In United States of America vs. Ballard, No. 17-427 CR, 2018 WL 1357392, the Second Circuit vacated and remanded a case for a new trial after the prosecutor used improper argument in their summation.
Ballard was charged with trafficking minors, coercion and enticement to engage in interstate travel for illegal sexual activity. In the government’s rebuttal, the prosecutors said the defense theory of the trial was a “government frame-up.” This was a serious mischaracterization of the defense’s argument and the court said in front of the jury that they “didn’t hear” the defense counsel say that the police had framed Ballard. Ballard asked for a motion for new trial under Rule 33, but was denied because the district court observed that the prosecutor’s remarks were a response to an allegation by the defense that one victim was encouraged to lie by an investigator.
Ballard also complained because the government insinuated that it had more evidence than what they were allowed to offer in the trial. The defense objected, and the court said:
“Well, I’m not sure if it is [improper] or not. It certainly is the law. There’s an item of evidence that people are permitted to bring into this Court and get on the stand and ask questions and put that information out to the jury, but there are rules to say there’s some evidence you can’t. So, you have to decide the case based on the proof you heard, not on something you didn’t hear or wasn’t presented to you here in the courtroom. If you do that, you’ll be okay.”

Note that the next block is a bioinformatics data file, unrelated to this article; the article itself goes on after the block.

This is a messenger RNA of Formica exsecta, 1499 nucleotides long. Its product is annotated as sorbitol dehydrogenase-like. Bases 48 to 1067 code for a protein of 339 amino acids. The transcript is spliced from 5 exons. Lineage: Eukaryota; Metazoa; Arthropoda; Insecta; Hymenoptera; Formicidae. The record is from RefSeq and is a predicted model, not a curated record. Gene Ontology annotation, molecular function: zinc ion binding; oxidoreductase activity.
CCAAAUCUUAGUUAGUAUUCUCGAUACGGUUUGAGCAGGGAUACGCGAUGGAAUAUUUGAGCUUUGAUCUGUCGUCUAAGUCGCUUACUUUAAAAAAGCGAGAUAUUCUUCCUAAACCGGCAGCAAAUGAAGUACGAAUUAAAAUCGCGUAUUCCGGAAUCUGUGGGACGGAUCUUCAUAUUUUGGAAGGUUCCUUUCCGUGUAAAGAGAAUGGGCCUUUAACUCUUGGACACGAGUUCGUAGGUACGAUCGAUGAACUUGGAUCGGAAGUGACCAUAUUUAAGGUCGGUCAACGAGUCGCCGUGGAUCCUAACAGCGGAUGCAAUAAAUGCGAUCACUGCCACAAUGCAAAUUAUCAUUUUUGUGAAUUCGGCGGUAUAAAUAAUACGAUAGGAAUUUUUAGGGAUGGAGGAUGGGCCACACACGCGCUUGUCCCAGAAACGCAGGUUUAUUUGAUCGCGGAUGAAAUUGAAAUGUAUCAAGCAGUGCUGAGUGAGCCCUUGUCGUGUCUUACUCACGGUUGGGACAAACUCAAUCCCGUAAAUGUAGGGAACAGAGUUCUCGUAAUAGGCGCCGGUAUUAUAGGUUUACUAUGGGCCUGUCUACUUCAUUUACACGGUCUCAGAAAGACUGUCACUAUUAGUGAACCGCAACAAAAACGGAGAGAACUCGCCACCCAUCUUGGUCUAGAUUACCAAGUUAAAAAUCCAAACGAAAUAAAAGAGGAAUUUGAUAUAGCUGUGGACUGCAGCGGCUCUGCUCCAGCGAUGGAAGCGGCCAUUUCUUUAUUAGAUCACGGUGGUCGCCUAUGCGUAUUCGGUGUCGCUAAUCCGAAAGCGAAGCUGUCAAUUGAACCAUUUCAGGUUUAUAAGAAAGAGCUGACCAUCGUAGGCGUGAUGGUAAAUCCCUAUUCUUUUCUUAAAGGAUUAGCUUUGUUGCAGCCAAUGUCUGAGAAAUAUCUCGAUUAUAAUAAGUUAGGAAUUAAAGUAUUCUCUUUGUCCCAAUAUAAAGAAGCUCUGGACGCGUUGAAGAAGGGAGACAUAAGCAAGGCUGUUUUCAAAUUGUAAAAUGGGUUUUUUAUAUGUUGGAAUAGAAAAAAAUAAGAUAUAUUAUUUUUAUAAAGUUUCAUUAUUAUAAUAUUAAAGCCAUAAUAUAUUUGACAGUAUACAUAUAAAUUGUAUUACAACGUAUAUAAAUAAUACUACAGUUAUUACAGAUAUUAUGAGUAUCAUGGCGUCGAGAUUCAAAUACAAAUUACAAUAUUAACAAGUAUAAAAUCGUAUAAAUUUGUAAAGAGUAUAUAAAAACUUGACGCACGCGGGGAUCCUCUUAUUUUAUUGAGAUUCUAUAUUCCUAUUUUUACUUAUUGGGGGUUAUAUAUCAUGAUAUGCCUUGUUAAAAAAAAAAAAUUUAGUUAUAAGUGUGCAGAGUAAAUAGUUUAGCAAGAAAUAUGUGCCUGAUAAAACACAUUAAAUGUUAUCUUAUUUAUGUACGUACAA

This was improper. The Court did not instruct the jury that they should not assume that such evidence exists or that the jury can find reasonable doubt from a lack of evidence regardless of why the evidence was lacking. Further, because this was after summation arguments (so right at the very end), the defense did not have the chance to clarify the burden of proof, and the jury did not get further instruction as to the burden of proof.
The court considered errors together and found them both to be improper. The court further noted that vacating a conviction based on substantially improper remarks when a defendant’s guilt is established by overwhelming evidence. But that was not the case here given that the government’s evidence was the testimony of the alleged victims. There were also several problems in their credibility as there were several times where there were great contradictions. In a close case like this where the government has made improper summation arguments this, vacating the sentence is appropriate.
The Second Circuit vacated the sentence and remanded the case back to the district court for a new trial. No. 17-427-CR, 2018 WL 1357392.
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